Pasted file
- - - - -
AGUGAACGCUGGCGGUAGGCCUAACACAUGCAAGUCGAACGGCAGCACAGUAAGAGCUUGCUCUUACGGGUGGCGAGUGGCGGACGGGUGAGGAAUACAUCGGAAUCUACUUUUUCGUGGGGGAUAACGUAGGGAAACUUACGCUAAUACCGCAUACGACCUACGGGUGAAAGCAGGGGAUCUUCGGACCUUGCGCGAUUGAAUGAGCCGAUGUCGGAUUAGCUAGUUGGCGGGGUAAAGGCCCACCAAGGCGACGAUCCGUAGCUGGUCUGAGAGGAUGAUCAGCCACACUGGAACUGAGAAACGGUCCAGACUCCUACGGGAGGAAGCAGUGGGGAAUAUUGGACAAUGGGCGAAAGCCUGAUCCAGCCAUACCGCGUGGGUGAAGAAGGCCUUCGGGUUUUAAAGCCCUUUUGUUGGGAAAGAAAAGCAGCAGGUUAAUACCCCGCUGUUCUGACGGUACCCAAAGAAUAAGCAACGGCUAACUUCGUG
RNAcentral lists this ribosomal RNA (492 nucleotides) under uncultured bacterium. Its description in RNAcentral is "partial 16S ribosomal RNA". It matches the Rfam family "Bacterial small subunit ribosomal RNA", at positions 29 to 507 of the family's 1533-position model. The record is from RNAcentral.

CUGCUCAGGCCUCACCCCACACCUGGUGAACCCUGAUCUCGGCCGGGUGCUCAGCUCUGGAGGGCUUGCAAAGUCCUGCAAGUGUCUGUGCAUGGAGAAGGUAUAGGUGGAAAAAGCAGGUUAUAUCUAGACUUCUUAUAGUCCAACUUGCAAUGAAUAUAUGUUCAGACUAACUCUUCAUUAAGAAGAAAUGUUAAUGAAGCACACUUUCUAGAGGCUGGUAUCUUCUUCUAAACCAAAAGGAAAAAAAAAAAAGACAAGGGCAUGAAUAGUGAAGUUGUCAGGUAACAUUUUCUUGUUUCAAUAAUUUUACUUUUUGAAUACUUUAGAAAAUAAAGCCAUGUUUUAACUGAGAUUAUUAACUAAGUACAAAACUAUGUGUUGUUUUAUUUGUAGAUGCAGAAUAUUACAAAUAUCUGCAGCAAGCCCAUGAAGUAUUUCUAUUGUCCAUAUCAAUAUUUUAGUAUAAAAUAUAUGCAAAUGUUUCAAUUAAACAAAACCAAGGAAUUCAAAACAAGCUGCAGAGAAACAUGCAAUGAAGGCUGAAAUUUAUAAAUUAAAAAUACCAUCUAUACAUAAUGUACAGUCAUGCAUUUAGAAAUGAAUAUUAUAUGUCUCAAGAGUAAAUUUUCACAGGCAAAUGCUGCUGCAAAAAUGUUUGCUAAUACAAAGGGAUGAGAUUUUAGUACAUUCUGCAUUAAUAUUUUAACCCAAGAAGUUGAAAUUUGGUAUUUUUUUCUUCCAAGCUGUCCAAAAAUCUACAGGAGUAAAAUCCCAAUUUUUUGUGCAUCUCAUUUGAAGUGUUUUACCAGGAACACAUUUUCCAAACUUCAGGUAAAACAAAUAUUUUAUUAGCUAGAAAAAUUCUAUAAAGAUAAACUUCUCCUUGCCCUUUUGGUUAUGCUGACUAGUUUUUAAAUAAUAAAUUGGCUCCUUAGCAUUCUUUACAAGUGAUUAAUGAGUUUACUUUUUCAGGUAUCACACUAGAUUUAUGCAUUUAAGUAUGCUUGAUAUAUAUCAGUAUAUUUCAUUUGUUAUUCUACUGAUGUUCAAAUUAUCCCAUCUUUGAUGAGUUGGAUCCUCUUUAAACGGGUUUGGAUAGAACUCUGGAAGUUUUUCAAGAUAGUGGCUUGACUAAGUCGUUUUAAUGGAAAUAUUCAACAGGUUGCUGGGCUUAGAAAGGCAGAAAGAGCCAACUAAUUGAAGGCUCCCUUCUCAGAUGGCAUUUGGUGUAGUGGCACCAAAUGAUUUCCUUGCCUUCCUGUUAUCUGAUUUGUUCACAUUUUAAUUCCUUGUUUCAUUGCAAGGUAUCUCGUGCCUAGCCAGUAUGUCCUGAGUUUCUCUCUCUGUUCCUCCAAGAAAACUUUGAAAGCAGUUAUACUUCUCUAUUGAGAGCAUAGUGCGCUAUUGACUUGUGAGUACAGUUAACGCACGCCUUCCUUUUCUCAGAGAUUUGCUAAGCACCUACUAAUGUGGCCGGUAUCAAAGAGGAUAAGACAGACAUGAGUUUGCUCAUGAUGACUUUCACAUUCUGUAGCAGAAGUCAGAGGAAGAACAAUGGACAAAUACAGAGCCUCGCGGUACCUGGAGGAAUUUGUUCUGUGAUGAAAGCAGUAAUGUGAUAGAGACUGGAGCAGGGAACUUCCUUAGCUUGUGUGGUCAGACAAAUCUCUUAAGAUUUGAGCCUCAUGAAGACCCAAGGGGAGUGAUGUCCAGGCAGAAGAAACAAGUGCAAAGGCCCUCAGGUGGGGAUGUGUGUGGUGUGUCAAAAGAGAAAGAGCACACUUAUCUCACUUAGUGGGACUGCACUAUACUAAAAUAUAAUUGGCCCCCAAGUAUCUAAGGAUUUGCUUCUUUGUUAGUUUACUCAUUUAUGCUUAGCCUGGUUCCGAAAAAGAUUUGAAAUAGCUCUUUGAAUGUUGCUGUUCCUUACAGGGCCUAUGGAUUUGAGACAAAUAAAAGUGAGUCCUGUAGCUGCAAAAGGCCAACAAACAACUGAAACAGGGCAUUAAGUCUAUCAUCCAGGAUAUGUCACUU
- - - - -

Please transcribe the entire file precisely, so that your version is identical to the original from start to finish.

AGUGAACGCUGGCGGUAGGCCUAACACAUGCAAGUCGAACGGCAGCACAGUAAGAGCUUGCUCUUACGGGUGGCGAGUGGCGGACGGGUGAGGAAUACAUCGGAAUCUACUUUUUCGUGGGGGAUAACGUAGGGAAACUUACGCUAAUACCGCAUACGACCUACGGGUGAAAGCAGGGGAUCUUCGGACCUUGCGCGAUUGAAUGAGCCGAUGUCGGAUUAGCUAGUUGGCGGGGUAAAGGCCCACCAAGGCGACGAUCCGUAGCUGGUCUGAGAGGAUGAUCAGCCACACUGGAACUGAGAAACGGUCCAGACUCCUACGGGAGGAAGCAGUGGGGAAUAUUGGACAAUGGGCGAAAGCCUGAUCCAGCCAUACCGCGUGGGUGAAGAAGGCCUUCGGGUUUUAAAGCCCUUUUGUUGGGAAAGAAAAGCAGCAGGUUAAUACCCCGCUGUUCUGACGGUACCCAAAGAAUAAGCAACGGCUAACUUCGUG
RNAcentral lists this ribosomal RNA (492 nucleotides) under uncultured bacterium. Its description in RNAcentral is "partial 16S ribosomal RNA". It matches the Rfam family "Bacterial small subunit ribosomal RNA", at positions 29 to 507 of the family's 1533-position model. The record is from RNAcentral.

CUGCUCAGGCCUCACCCCACACCUGGUGAACCCUGAUCUCGGCCGGGUGCUCAGCUCUGGAGGGCUUGCAAAGUCCUGCAAGUGUCUGUGCAUGGAGAAGGUAUAGGUGGAAAAAGCAGGUUAUAUCUAGACUUCUUAUAGUCCAACUUGCAAUGAAUAUAUGUUCAGACUAACUCUUCAUUAAGAAGAAAUGUUAAUGAAGCACACUUUCUAGAGGCUGGUAUCUUCUUCUAAACCAAAAGGAAAAAAAAAAAAGACAAGGGCAUGAAUAGUGAAGUUGUCAGGUAACAUUUUCUUGUUUCAAUAAUUUUACUUUUUGAAUACUUUAGAAAAUAAAGCCAUGUUUUAACUGAGAUUAUUAACUAAGUACAAAACUAUGUGUUGUUUUAUUUGUAGAUGCAGAAUAUUACAAAUAUCUGCAGCAAGCCCAUGAAGUAUUUCUAUUGUCCAUAUCAAUAUUUUAGUAUAAAAUAUAUGCAAAUGUUUCAAUUAAACAAAACCAAGGAAUUCAAAACAAGCUGCAGAGAAACAUGCAAUGAAGGCUGAAAUUUAUAAAUUAAAAAUACCAUCUAUACAUAAUGUACAGUCAUGCAUUUAGAAAUGAAUAUUAUAUGUCUCAAGAGUAAAUUUUCACAGGCAAAUGCUGCUGCAAAAAUGUUUGCUAAUACAAAGGGAUGAGAUUUUAGUACAUUCUGCAUUAAUAUUUUAACCCAAGAAGUUGAAAUUUGGUAUUUUUUUCUUCCAAGCUGUCCAAAAAUCUACAGGAGUAAAAUCCCAAUUUUUUGUGCAUCUCAUUUGAAGUGUUUUACCAGGAACACAUUUUCCAAACUUCAGGUAAAACAAAUAUUUUAUUAGCUAGAAAAAUUCUAUAAAGAUAAACUUCUCCUUGCCCUUUUGGUUAUGCUGACUAGUUUUUAAAUAAUAAAUUGGCUCCUUAGCAUUCUUUACAAGUGAUUAAUGAGUUUACUUUUUCAGGUAUCACACUAGAUUUAUGCAUUUAAGUAUGCUUGAUAUAUAUCAGUAUAUUUCAUUUGUUAUUCUACUGAUGUUCAAAUUAUCCCAUCUUUGAUGAGUUGGAUCCUCUUUAAACGGGUUUGGAUAGAACUCUGGAAGUUUUUCAAGAUAGUGGCUUGACUAAGUCGUUUUAAUGGAAAUAUUCAACAGGUUGCUGGGCUUAGAAAGGCAGAAAGAGCCAACUAAUUGAAGGCUCCCUUCUCAGAUGGCAUUUGGUGUAGUGGCACCAAAUGAUUUCCUUGCCUUCCUGUUAUCUGAUUUGUUCACAUUUUAAUUCCUUGUUUCAUUGCAAGGUAUCUCGUGCCUAGCCAGUAUGUCCUGAGUUUCUCUCUCUGUUCCUCCAAGAAAACUUUGAAAGCAGUUAUACUUCUCUAUUGAGAGCAUAGUGCGCUAUUGACUUGUGAGUACAGUUAACGCACGCCUUCCUUUUCUCAGAGAUUUGCUAAGCACCUACUAAUGUGGCCGGUAUCAAAGAGGAUAAGACAGACAUGAGUUUGCUCAUGAUGACUUUCACAUUCUGUAGCAGAAGUCAGAGGAAGAACAAUGGACAAAUACAGAGCCUCGCGGUACCUGGAGGAAUUUGUUCUGUGAUGAAAGCAGUAAUGUGAUAGAGACUGGAGCAGGGAACUUCCUUAGCUUGUGUGGUCAGACAAAUCUCUUAAGAUUUGAGCCUCAUGAAGACCCAAGGGGAGUGAUGUCCAGGCAGAAGAAACAAGUGCAAAGGCCCUCAGGUGGGGAUGUGUGUGGUGUGUCAAAAGAGAAAGAGCACACUUAUCUCACUUAGUGGGACUGCACUAUACUAAAAUAUAAUUGGCCCCCAAGUAUCUAAGGAUUUGCUUCUUUGUUAGUUUACUCAUUUAUGCUUAGCCUGGUUCCGAAAAAGAUUUGAAAUAGCUCUUUGAAUGUUGCUGUUCCUUACAGGGCCUAUGGAUUUGAGACAAAUAAAAGUGAGUCCUGUAGCUGCAAAAGGCCAACAAACAACUGAAACAGGGCAUUAAGUCUAUCAUCCAGGAUAUGUCACUU